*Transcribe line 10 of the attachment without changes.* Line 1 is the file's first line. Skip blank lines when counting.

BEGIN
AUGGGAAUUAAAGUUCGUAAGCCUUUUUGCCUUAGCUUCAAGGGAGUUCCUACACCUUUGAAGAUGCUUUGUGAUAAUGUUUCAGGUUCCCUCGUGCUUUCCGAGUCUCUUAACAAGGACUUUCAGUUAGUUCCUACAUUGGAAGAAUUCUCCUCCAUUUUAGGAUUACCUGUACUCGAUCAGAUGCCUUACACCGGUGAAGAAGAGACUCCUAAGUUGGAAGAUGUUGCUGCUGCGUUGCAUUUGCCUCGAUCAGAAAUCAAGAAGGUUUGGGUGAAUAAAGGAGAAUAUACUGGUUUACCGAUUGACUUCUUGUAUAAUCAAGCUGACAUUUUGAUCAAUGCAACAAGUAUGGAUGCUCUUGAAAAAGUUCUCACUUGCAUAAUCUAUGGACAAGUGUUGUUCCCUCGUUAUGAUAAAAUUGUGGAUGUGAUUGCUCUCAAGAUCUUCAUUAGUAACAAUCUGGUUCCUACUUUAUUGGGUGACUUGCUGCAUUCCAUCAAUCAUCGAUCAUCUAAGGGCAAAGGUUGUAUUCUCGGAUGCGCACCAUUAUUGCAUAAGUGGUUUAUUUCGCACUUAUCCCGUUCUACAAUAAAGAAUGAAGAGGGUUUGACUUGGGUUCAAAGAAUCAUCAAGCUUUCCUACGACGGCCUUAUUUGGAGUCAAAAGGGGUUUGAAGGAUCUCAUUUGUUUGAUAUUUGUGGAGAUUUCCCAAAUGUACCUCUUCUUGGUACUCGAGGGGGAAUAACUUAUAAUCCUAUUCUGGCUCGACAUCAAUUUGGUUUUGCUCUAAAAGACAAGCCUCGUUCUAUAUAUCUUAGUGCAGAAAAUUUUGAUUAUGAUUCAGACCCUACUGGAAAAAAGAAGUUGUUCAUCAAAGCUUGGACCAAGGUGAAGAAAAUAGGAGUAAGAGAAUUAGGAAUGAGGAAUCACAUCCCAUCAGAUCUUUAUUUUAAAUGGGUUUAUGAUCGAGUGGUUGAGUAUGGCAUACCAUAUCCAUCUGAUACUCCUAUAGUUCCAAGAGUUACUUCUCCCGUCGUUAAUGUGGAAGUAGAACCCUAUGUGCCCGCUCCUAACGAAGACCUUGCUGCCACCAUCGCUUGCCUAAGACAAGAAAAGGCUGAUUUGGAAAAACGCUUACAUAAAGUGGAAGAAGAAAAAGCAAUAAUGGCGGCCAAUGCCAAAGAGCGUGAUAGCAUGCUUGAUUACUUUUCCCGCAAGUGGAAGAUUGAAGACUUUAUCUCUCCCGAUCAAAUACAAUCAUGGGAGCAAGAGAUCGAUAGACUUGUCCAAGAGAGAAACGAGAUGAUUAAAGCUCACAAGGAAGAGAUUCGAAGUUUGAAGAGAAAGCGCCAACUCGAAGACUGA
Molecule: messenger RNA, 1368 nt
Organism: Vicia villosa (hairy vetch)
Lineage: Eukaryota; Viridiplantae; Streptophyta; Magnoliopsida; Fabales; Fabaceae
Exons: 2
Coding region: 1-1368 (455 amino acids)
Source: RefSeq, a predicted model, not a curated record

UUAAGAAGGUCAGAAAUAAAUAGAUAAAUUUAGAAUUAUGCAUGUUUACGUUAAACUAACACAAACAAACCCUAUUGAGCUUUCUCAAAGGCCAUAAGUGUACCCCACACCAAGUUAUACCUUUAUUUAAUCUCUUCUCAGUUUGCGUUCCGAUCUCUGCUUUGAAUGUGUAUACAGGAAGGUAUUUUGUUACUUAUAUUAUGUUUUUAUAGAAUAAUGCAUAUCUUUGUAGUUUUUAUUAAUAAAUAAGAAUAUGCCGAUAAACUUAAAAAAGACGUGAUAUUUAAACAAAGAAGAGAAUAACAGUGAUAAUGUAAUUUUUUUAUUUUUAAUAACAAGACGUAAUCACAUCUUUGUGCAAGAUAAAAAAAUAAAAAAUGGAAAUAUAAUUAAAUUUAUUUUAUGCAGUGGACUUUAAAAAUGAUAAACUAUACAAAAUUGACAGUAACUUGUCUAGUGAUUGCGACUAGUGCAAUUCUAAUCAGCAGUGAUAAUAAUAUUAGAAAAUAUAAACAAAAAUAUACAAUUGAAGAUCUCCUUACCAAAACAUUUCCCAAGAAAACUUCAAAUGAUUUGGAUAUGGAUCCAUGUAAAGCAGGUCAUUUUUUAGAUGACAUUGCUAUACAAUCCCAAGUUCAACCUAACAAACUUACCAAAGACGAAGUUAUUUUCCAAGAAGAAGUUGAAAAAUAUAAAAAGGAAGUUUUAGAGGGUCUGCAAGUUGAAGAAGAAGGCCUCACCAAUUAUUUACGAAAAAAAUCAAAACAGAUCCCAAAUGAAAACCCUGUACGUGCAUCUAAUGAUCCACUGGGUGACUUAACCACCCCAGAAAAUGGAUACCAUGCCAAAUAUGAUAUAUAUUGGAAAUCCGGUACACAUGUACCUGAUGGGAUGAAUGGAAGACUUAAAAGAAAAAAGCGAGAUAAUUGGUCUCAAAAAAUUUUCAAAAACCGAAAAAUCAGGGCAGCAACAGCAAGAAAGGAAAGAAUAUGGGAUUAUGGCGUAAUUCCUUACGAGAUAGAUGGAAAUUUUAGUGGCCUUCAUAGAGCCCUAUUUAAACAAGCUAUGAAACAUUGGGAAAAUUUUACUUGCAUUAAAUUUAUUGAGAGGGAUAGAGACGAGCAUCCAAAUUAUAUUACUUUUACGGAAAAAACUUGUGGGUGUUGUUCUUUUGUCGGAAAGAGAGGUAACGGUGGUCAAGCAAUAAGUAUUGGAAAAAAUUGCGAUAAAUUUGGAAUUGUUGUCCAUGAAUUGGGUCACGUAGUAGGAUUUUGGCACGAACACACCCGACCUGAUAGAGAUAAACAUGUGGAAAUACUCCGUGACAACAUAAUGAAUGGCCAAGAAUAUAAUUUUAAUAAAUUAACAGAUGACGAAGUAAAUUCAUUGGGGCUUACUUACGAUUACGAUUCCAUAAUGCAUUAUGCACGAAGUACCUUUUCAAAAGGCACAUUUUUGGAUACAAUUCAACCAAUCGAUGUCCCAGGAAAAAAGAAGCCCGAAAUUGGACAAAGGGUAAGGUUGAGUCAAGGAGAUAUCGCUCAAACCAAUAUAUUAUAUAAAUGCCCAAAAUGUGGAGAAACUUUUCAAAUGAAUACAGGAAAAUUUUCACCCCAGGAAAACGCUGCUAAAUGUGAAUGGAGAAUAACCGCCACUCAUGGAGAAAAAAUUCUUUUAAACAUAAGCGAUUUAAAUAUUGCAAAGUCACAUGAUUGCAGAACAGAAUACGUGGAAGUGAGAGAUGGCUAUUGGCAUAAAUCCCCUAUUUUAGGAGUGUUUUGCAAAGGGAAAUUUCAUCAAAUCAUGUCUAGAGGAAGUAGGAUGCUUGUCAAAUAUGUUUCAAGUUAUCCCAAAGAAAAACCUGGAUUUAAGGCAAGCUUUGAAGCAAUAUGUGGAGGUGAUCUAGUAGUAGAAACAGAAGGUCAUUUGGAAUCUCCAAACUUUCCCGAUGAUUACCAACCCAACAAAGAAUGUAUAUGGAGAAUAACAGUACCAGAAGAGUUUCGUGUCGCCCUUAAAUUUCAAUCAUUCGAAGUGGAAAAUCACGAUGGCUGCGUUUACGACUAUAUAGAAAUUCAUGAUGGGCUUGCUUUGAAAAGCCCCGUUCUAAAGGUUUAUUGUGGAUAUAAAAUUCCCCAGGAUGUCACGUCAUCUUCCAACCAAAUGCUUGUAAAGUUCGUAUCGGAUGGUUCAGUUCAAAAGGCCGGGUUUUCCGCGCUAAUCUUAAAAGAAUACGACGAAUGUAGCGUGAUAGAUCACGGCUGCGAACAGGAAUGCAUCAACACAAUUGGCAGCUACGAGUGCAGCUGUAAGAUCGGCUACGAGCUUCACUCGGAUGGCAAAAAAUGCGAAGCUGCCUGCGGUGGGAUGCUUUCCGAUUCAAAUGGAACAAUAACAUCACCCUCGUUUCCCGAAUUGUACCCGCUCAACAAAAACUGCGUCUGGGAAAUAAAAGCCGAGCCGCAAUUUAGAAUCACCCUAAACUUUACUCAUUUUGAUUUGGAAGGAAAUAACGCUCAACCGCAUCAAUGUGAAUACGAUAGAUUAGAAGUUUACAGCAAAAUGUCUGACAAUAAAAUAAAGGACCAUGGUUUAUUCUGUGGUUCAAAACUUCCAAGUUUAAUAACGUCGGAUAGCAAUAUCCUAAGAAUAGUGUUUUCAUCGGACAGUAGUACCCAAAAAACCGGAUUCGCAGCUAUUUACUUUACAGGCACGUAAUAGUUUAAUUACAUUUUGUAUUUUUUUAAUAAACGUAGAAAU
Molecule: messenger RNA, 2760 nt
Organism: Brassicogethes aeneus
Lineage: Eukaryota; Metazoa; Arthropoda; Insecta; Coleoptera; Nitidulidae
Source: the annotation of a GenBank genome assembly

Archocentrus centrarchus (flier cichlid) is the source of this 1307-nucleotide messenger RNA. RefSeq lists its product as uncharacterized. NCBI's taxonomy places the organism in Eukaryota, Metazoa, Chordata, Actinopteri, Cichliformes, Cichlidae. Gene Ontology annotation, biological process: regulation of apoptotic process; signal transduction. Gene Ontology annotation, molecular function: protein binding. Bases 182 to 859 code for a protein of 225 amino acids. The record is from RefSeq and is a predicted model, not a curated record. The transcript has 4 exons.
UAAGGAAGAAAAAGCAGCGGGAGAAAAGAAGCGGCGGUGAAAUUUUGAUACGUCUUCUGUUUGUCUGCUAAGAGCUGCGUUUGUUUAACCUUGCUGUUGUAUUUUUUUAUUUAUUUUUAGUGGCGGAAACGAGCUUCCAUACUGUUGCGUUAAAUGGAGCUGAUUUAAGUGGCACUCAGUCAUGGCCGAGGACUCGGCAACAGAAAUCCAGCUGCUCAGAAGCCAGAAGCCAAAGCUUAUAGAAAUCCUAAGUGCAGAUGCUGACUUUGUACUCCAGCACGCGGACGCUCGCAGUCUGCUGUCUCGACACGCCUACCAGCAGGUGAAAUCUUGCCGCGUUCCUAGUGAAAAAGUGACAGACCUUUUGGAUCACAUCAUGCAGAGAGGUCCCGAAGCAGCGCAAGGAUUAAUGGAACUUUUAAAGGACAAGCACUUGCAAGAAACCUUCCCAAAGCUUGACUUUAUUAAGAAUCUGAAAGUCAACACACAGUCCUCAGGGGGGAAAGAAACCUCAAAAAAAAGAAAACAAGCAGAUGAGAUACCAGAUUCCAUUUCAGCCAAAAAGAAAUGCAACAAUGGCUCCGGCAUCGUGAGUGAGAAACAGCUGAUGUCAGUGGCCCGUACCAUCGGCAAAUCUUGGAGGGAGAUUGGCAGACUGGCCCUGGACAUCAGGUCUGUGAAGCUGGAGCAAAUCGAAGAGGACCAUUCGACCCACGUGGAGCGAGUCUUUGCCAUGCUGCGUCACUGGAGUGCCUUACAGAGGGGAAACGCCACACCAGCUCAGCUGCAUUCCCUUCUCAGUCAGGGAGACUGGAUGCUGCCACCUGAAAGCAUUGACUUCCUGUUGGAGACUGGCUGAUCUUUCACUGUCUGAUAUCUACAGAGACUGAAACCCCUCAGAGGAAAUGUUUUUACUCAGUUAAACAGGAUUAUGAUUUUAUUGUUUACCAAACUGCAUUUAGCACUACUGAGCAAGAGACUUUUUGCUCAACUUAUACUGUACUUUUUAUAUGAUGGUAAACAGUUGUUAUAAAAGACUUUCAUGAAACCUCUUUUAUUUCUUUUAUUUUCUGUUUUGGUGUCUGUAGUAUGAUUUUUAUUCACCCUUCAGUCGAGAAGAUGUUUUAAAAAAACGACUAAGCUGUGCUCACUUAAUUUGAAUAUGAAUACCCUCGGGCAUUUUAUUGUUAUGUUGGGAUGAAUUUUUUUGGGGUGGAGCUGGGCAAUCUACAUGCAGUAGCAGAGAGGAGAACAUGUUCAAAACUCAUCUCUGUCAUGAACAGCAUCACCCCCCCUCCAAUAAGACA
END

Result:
Organism: Brassicogethes aeneus